Paid Search, Trademark Legalities and Liability — Oh My!

On Monday, still bleary eyed from my extended stay (thanks to the tornadoes in Dallas at the time my flight was supposed to leave New York) — I was lucky to attend the meeting of the Dallas/Fort Worth Search Engine Marketing Association (DFWSEM). The speaker was attorney Robert J. Scott of Scott & Scottin Dallas. Scott & Scott specialize in “helping senior executives assess and reduce the legal, financial, and regulatory risks associated with IT compliance management.”

Let me be the first to say that I don’t always get along with lawyers. My brother is an aspiring attorney, and while I love him, we definitely don’t see eye to eye on everything. In fact, by last count, there are seven lawyers in the family that I see regularly at Christmas and Thanksgiving – oh, and of course there are also five search engine marketers in the family. You can just imagine what our Christmas dinner is like.

Even so, in light of my recent client situation, I found this to be one of the best presentations I have heard in awhile. Scott’s presentation, entitled “Internet Marketing and the Law” brought forth some very valid points that every search engine marketer needs to realize when they run their campaigns.

For instance, did you know that if a search marketing agency acting on behalf of a client violates someone’s trademark or, as the lawyer speak says “create a likelihood of confusion” that you can be sued and be held liable for infraction. Yep, it’s not just that client that would get in trouble – the agency would be liable as well. Something to think about the next time your client asks you to push the envelope in bidding on competitors’ trademark names (another topic for a future column).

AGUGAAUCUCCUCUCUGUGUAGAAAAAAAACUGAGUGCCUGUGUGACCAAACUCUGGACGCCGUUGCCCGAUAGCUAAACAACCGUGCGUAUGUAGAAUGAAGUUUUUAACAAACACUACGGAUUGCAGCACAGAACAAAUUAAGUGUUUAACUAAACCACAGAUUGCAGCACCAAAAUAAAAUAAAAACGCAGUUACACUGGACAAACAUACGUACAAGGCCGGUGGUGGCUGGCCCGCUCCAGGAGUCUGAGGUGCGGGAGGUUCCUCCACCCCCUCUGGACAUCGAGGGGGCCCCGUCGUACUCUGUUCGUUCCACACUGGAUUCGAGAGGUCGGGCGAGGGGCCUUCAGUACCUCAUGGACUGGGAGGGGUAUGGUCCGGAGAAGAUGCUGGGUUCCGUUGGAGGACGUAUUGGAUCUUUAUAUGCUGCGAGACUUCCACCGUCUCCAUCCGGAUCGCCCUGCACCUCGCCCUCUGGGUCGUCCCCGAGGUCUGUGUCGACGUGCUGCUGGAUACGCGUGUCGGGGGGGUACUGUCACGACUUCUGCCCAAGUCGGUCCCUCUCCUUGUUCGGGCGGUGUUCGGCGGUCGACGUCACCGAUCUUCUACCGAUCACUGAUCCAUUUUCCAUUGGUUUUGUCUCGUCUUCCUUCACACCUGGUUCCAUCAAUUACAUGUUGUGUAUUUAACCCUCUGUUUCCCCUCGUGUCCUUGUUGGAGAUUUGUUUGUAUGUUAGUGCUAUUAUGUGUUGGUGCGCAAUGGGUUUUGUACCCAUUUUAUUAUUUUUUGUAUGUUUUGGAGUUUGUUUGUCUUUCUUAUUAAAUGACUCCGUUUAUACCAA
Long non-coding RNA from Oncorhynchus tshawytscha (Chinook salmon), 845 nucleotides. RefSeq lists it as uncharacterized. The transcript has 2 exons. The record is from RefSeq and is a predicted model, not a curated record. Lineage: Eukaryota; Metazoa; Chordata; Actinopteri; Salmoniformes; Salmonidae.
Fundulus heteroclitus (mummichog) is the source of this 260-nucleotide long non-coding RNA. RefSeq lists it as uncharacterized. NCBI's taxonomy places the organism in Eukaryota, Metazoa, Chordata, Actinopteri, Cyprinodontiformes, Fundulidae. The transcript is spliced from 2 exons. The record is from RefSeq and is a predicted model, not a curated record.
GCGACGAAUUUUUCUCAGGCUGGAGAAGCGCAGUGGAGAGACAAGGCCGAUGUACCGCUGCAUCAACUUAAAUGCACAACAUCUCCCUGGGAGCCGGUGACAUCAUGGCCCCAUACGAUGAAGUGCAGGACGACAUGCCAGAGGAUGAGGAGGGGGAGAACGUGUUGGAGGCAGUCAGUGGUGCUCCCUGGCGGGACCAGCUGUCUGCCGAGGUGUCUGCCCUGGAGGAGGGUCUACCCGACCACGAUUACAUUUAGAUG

What impressed me most about Mr. Scott was that he not only understood the law, but he understood search. I’ve worked with many lawyers in the past who have trouble chewing gum and using a mouse at the same time. I have also served as an expert witness for several lawyers, who, if left to their own devices — would probably end up painting SEO and PPC tactics as geek voodoo that is only practiced by pocket-protector wearing savages. So speaking with Mr. Scott was a true breath of fresh air.

Much of Scott’s presentation focused on reputation management as it has to do with search. What do you do, if like in the case I discussed last week, someone is damaging your reputation with their PPC campaign? Scott discussed several legal theories that are commonly used to combat these situations.

The most common legal theories used in PPC cases are trademark infringement and typosquatting. Basically, what needs to be proven from a legal perspective, is that a trademark’s value has been diluted by a PPC ad. There are obviously free speech concerns that come into play, but according to Scott, in commercial speech, the free speech arguments aren’t as prevalent. However, if someone is upset at your company for starving Malaysian children and making them assemble shoes while dodging poisonous snakes, free speech will definitely be an issue in a court of law.

Of course, Mr. Scott’s point was that PPC campaigns should be looked over by a competent legal team. This was where I disagreed with Scott slightly. While I agree that having a legal team look at any ads that might be questionable, it is unreasonable (and unnecessarily costly) to expect all PPC ad campaigns to be reviewed by a legal team. Working with a legal team to create guidelines, however, could be an essential tool for every agency and in-house PPC team. Well thought out guidelines can prevent significant heartache and heartburn in the future.

Even though Mr. Scott had great insight, I still feel that using legal channels to resolve PPC disputes like the one I discussed last week, should be a last resort. Of course, it’s always a good idea to run things by your counsel, but don’t let a lawyer push you to immediately send out a cease and desist letter to a disgruntled customer.

In this age of social media, there is a good chance the cease and desist letter will end up on a blog, and could do more damage to your company reputation than the offending ad did in the first place. Before you send in the dogs, try to resolve the situation in an amicable way. That way, everyone involved may be satisified with the result, and your reputation could possibly come out even better than it was before.

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